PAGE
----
Listen to English A Christmas Story Lyrics
A Christmas Story - part 1
Friday 21 December 2007
[This podcast is longer than normal. The first part of the transcript is below. The second part is here and can also be download as a pdf file.]
When you learn a new language, often it is the little words that cause the big problems. I am learning German. The long words are not a problem, which is good because German has lots of long words. If I find a long word, and I don't know what it means, I can look it up in a dictionary. No, it is the short words that confuse me in German - words like "doch" and "schon" - what exactly do they mean? How can I use them?
Mariano has sent me an e-mail. He asks, please can I make a podcast about two little words that cause him problems. The two words are "still" and "yet". In this podcast, I shall try to explain how we use "still" and "yet", and I will tell you a Christmas story.
First, I will tell you what I am not going to do. I am not going to give you dictionary definitions of "still" and "yet". You can look the words up in a dictionary yourself. You do not need a podcast to do this for you. And I will not tell you about all the different meanings that "still" and "yet" have. The podcast would be very long, and use up all the spare memory in your iPod if I did that. Instead, I will take one of the common meanings of "still" and "yet" and explain to you how we use the words.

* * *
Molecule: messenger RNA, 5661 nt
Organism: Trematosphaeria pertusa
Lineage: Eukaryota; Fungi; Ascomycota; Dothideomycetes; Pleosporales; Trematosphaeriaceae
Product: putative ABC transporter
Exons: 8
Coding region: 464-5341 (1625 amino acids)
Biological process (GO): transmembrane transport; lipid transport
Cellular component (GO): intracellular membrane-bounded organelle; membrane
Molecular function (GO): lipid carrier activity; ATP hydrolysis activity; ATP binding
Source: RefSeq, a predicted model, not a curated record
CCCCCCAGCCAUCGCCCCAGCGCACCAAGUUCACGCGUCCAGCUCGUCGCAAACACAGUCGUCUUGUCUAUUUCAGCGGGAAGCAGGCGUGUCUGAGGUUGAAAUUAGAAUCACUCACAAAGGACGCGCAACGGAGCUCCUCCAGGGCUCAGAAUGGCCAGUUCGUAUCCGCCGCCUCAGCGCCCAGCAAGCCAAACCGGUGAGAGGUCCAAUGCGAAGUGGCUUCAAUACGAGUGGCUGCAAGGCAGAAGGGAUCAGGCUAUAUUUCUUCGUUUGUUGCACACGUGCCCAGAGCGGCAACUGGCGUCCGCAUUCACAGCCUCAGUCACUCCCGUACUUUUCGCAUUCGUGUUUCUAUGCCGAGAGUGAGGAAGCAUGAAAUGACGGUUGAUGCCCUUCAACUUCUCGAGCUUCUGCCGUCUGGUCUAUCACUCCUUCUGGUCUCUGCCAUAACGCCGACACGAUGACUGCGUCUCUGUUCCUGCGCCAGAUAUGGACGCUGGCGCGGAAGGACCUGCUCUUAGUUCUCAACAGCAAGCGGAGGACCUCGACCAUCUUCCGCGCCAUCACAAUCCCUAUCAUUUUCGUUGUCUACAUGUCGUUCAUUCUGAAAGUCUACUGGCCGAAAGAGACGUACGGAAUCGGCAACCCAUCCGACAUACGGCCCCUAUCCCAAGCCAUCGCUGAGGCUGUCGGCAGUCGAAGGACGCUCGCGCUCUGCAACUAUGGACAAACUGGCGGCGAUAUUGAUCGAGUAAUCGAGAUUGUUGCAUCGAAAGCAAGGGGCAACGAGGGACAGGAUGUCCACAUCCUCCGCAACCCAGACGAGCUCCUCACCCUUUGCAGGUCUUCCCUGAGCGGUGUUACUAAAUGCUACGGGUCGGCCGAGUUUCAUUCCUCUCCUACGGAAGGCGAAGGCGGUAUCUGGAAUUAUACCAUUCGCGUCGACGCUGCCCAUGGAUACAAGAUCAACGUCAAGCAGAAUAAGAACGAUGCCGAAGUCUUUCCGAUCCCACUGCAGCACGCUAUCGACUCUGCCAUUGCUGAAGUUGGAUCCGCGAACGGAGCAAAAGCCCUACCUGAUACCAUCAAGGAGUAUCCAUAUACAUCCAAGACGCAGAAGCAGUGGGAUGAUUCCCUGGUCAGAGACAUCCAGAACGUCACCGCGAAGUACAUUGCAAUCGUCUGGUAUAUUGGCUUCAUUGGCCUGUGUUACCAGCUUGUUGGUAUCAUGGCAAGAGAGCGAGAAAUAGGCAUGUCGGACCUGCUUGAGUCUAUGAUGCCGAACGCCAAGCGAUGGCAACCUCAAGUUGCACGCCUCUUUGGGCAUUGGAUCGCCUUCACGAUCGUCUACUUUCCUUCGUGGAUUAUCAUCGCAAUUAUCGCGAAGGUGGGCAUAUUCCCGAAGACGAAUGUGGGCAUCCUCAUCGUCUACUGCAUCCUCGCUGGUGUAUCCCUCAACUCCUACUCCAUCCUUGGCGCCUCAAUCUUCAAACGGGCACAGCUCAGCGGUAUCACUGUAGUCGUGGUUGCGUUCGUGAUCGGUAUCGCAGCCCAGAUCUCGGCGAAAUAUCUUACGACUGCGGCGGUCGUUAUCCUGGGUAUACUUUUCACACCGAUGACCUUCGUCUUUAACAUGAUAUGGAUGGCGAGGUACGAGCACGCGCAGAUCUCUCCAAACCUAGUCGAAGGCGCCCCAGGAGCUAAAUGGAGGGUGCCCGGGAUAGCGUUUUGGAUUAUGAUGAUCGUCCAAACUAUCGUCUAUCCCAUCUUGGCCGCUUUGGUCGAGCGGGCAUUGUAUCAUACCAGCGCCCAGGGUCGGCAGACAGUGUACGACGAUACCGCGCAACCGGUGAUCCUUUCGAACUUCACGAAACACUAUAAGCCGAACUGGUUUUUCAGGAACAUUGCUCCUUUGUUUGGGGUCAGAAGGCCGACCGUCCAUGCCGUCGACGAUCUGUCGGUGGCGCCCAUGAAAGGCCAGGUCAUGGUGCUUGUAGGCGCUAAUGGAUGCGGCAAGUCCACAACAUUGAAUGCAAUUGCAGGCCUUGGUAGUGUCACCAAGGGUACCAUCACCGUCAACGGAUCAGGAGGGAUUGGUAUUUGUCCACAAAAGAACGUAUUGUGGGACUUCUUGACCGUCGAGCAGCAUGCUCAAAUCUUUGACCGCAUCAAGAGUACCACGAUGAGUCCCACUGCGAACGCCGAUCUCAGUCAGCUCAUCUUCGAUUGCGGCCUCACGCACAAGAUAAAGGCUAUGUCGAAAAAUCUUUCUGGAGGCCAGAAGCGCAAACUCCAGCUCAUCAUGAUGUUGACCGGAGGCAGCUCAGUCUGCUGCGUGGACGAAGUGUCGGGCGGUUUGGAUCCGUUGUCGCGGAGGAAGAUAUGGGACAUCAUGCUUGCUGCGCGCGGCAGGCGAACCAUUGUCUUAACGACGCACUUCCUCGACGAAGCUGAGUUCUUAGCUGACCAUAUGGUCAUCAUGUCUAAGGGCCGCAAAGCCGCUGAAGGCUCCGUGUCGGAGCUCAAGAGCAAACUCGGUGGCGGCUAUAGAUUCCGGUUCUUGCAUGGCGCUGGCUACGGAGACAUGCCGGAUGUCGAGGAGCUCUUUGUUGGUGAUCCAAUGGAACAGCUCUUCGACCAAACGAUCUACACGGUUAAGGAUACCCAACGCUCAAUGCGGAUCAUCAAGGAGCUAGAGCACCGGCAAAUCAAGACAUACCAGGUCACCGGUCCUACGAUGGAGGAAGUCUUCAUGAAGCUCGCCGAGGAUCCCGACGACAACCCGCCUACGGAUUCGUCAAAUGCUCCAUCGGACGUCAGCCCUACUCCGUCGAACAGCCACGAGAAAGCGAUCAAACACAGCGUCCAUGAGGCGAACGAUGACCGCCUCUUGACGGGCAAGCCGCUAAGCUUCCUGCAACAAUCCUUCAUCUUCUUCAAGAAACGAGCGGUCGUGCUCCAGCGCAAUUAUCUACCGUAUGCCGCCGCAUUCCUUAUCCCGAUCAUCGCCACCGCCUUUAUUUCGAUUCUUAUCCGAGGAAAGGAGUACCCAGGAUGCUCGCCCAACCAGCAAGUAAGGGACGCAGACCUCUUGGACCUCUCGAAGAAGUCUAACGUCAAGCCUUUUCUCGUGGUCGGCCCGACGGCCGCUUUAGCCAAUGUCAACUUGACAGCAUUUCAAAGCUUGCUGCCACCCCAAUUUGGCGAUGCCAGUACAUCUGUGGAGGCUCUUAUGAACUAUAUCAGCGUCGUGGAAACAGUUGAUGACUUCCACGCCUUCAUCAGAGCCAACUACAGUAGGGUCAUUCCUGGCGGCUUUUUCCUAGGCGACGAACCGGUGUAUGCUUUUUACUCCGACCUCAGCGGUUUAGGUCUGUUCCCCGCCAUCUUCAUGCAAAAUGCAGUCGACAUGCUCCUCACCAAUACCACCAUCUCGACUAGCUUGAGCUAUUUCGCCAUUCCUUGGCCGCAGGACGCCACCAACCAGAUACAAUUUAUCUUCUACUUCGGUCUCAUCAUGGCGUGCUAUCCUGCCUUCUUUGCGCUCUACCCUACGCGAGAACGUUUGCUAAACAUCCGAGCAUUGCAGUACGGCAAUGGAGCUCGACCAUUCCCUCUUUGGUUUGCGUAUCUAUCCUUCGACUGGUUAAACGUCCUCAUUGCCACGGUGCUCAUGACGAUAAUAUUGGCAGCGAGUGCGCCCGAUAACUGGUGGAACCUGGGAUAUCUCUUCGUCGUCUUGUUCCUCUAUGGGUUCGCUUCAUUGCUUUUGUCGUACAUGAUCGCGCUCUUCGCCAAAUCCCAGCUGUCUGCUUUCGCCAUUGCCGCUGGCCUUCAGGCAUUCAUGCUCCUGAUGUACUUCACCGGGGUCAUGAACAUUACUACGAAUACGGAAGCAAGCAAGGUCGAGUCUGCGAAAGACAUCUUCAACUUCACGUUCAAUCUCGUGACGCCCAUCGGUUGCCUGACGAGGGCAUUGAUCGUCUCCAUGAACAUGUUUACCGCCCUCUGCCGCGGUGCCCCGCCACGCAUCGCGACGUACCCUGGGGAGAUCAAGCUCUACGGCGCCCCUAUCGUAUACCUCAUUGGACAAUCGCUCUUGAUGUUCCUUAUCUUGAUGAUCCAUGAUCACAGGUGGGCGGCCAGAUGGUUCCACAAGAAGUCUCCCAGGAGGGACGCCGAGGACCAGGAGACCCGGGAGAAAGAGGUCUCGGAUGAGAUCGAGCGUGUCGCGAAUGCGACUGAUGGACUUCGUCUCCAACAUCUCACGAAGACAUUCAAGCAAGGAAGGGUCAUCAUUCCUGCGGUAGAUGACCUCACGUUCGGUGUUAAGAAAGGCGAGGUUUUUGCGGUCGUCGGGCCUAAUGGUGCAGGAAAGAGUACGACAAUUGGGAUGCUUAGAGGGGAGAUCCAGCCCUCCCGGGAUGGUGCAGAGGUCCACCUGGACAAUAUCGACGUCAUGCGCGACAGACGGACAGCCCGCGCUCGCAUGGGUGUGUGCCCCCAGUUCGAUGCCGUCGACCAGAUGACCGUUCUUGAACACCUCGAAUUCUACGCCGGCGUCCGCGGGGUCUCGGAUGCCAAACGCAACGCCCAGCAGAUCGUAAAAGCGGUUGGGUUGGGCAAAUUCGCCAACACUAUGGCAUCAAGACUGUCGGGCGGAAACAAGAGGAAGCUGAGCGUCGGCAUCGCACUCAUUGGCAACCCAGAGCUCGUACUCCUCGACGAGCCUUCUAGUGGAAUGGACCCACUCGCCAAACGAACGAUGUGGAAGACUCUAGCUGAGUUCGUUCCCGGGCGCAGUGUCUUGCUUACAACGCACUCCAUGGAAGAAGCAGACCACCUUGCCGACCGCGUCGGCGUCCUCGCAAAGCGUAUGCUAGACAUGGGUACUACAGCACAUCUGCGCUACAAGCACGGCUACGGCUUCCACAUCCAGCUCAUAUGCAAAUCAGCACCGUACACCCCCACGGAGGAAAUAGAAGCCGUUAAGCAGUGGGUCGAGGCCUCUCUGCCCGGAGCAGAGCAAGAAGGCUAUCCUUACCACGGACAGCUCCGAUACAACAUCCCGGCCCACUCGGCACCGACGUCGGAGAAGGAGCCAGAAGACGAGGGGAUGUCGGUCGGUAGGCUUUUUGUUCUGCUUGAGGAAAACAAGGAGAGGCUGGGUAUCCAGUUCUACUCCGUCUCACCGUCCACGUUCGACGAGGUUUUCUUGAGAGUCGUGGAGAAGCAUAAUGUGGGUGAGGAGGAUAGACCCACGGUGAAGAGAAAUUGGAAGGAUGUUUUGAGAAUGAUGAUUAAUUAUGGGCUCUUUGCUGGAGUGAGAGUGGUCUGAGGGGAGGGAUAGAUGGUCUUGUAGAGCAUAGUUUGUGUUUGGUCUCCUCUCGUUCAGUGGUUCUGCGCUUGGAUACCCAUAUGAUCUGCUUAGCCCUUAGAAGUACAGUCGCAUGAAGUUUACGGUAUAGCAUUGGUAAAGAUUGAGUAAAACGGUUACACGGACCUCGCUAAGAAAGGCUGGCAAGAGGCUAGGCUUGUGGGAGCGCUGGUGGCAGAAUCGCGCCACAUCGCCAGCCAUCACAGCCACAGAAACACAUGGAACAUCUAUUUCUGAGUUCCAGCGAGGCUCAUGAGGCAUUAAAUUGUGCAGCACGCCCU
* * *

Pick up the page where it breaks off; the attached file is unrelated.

When I use the word "still", I want you to think of the words "nothing has changed". Like this. Kevin is unwell. He telephones his boss to say that he cannot come to work. The next day Kevin is still unwell. That means, he was unwell yesterday. He is unwell today. Nothing has changed. He is still unwell.
And how about "yet"? How do we use "yet"? "Yet" means "so far", or "until now". We generally use it in questions, and in negative sentences. What is a negative sentence? It is a sentence with "not" or "none" or "no" or another negative word in it. So, Kevin's boss asks him a question, "Are you better yet?" And Kevin replies with a negative sentence, "No, sorry, I am not better yet."
You have probably guessed this already - very often you can use "not yet" and "still not " interchangeably. Kevin says, "I am not better yet". Or he could say. "I am still not better". These two sentences mean the same.
Are you very confused? Are you thinking, why am I listening to this podcast? I understood about "still" and "yet" before the podcast began. Now I don't understand at all. Never mind. Sit back and listen to a story about a typical English Christmas.